PCR primers and a fluorogenic probe were generated based on the conserved BALF5 region of the EBV genome as previosly described.27 DNA isolated from a known number of cells was analyzed by real-time PCR assay using an ABI Prism 7900 sequence detector (Applied Biosystems) 27; this assay has been previously validated.28 Cell numbers were confirmed by a standard curve constructed using the CCR5 single copy gene and a known number of cells.
Tissue sections were obtained from colon biopsies of five patients who were responsive to medical management and from colonic resections of three patients who were refractory to medical therapy. Sections were immunostained as previously described.29 Antibodies were used to detect EBV nuclear antigen (EBNA1, present in latent and lytic cycle), EBV viral capsid antigen (VCA, present in lytic cycle), Ki67, a cell proliferation marker, and CD19, a B cell specific cell surface marker (Santa Cruz Biotech. Inc., Santa Cruz). Tissue sections with no primary antibody were used as negative controls. Images were captured by confocal laser microscopy using LSM 5 and PASCAL software (Zeiss, New York). Cell counts were performed as previously published.26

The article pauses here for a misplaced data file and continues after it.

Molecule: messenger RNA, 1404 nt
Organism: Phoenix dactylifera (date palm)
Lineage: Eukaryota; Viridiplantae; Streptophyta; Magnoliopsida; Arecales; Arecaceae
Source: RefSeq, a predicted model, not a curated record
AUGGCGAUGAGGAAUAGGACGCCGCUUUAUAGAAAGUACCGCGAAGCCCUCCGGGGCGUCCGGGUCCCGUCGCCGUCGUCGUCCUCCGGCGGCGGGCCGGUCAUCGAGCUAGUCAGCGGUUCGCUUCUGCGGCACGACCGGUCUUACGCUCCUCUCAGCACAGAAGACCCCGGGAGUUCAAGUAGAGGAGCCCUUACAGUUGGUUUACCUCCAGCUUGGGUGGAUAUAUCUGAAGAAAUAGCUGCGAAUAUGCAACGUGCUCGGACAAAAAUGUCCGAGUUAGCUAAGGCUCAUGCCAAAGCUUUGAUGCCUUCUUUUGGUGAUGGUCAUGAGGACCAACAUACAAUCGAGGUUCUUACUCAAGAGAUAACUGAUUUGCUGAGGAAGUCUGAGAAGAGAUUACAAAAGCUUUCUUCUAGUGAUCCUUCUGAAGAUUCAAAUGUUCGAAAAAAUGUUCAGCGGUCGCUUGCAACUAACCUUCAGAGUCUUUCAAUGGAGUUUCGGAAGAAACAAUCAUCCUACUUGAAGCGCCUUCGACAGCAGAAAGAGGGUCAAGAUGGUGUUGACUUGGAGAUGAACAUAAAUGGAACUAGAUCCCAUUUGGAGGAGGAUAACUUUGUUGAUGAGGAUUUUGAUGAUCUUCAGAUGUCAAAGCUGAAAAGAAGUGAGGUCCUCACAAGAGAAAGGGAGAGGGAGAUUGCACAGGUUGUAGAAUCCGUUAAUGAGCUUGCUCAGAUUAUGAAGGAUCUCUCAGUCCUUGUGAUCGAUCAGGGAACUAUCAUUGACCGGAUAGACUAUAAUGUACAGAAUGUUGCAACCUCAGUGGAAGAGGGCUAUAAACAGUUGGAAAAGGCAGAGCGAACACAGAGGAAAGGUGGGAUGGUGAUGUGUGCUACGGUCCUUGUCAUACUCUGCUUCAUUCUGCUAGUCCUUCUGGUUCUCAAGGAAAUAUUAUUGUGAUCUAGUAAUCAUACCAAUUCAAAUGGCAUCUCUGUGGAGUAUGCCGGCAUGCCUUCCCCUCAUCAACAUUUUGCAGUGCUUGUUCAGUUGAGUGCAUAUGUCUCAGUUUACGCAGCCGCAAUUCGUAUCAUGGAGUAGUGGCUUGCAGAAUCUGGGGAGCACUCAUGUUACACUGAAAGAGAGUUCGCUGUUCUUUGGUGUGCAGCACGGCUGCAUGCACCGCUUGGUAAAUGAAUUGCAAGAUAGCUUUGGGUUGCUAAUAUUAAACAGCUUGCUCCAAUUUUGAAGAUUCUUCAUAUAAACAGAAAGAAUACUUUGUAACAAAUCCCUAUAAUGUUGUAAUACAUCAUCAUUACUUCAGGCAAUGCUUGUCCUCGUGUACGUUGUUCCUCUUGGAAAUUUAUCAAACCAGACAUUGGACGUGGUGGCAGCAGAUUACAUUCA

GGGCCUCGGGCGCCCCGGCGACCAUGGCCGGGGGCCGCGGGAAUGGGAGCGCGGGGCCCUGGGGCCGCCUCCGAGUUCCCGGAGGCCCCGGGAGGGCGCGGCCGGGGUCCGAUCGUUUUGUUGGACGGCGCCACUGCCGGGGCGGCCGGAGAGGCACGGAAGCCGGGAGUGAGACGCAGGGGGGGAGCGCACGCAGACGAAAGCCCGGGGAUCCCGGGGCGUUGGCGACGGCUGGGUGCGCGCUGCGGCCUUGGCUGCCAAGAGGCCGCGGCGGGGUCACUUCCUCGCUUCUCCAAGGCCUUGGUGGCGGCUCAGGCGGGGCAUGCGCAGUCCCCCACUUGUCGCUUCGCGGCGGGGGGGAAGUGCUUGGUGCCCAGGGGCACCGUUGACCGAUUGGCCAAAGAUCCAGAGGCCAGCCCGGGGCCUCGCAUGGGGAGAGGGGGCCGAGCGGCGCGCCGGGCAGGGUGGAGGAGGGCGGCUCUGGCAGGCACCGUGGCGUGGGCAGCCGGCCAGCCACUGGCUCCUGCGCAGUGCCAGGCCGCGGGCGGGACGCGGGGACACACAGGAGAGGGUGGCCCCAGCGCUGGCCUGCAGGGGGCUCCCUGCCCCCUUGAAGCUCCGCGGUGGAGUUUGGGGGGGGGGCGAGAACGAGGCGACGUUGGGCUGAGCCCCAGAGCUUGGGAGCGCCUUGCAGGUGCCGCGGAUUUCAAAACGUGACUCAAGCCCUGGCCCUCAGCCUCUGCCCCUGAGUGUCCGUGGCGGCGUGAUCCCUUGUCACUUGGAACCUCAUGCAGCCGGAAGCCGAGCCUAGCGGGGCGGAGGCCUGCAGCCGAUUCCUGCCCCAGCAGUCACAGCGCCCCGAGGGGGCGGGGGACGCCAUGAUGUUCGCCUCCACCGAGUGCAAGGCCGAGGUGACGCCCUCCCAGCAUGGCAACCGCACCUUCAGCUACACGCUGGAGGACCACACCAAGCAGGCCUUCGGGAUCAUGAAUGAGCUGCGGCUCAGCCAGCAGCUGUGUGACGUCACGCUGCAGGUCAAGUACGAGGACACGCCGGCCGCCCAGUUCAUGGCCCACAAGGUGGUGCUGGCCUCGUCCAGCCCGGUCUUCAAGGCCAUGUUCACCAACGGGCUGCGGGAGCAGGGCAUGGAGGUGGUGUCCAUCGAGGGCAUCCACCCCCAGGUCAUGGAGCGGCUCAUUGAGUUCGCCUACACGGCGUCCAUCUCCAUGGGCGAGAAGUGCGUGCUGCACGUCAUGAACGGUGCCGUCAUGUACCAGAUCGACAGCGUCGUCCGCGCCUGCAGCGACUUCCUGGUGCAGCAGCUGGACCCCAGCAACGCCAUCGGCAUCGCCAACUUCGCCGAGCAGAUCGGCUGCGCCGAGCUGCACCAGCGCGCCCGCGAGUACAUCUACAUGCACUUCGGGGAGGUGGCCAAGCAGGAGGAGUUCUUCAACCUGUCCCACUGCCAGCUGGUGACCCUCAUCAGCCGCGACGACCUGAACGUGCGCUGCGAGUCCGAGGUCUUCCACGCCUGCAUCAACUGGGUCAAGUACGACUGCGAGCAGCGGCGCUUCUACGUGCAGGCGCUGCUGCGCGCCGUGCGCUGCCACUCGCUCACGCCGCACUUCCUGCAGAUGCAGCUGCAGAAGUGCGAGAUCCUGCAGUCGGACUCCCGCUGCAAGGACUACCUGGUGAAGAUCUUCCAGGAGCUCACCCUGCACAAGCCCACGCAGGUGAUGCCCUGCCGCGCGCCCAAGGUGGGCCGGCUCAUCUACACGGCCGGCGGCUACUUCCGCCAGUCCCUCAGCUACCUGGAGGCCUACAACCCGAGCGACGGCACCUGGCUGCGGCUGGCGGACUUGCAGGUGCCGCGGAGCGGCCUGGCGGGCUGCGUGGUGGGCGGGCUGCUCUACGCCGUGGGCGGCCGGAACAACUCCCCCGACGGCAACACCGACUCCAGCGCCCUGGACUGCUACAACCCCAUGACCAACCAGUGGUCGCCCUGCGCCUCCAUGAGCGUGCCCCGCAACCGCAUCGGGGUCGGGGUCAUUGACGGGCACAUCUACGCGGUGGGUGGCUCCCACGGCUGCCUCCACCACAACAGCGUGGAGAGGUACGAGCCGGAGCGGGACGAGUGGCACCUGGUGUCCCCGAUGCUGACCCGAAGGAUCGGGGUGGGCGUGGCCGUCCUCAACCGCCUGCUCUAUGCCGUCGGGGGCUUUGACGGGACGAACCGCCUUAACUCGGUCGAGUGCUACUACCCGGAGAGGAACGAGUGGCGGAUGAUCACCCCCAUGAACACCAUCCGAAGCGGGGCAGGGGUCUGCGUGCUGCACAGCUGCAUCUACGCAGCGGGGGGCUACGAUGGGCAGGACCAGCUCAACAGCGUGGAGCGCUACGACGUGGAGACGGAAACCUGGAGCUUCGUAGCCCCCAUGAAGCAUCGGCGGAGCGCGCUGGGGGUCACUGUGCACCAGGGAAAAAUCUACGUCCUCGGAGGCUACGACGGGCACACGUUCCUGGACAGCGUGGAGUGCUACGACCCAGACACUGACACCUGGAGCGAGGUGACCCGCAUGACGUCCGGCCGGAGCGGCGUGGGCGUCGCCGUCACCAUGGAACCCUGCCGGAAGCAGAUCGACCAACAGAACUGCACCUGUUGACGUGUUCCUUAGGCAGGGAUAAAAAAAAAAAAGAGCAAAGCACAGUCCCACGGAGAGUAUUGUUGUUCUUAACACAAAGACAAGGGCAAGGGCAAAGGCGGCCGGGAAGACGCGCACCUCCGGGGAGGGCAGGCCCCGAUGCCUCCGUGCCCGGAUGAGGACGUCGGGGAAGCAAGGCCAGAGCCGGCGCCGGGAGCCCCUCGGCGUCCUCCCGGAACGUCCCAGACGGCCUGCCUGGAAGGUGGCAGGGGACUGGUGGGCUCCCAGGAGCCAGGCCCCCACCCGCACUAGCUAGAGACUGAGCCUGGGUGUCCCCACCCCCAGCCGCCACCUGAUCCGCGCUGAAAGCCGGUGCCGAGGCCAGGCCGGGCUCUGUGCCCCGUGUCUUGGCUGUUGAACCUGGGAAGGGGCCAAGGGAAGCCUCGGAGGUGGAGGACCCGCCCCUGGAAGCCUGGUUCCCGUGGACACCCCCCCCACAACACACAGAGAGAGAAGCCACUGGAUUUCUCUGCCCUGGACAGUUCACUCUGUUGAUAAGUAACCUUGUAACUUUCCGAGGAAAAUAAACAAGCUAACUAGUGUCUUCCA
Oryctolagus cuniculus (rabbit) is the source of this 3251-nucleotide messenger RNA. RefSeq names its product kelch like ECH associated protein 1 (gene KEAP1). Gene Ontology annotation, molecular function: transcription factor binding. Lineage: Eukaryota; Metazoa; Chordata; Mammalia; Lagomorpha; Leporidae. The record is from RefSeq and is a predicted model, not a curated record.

The EBV viral loads were analyzed using unpaired t test, chi-square analysis and one-way analysis of variance (ANOVA) with appropriate post-tests. Statistical software included GraphPad Prism version 5.00 for Windows (GraphPad Software, San Diego) and JMP (JMP Genomics, Cary).
The IBD patient group (n=84) consisted of 39.3% male and 60.7% female, ranged in age from 20 to 91 years (mean, 46.5 years; Table 1). Most patients had Crohn’s Disease (CD) (90.5%, n=76), and the remaining had ulcerative colitis (UC) (9.5%, n=8). All patients were on combination therapy for IBD, with 52% receiving infliximab, 18% prednisone and other immunosuppressive medications including methotextrate (3.6%); and azathioprine, 6-mercaptopurine, and 6-thioguanine (45%) Sixty-nine patients (82%) responded well to medical management (the “medical group” MG); the other fifteen (18%) had severe colitis that was not responsive to immunosuppressive therapy and required surgical intervention (gut resection) for control of IBD symptoms (the “surgical group” SG). The decision to initiate treatment of IBD was based on clinical parameters, systemic manifestations, and quality of life.30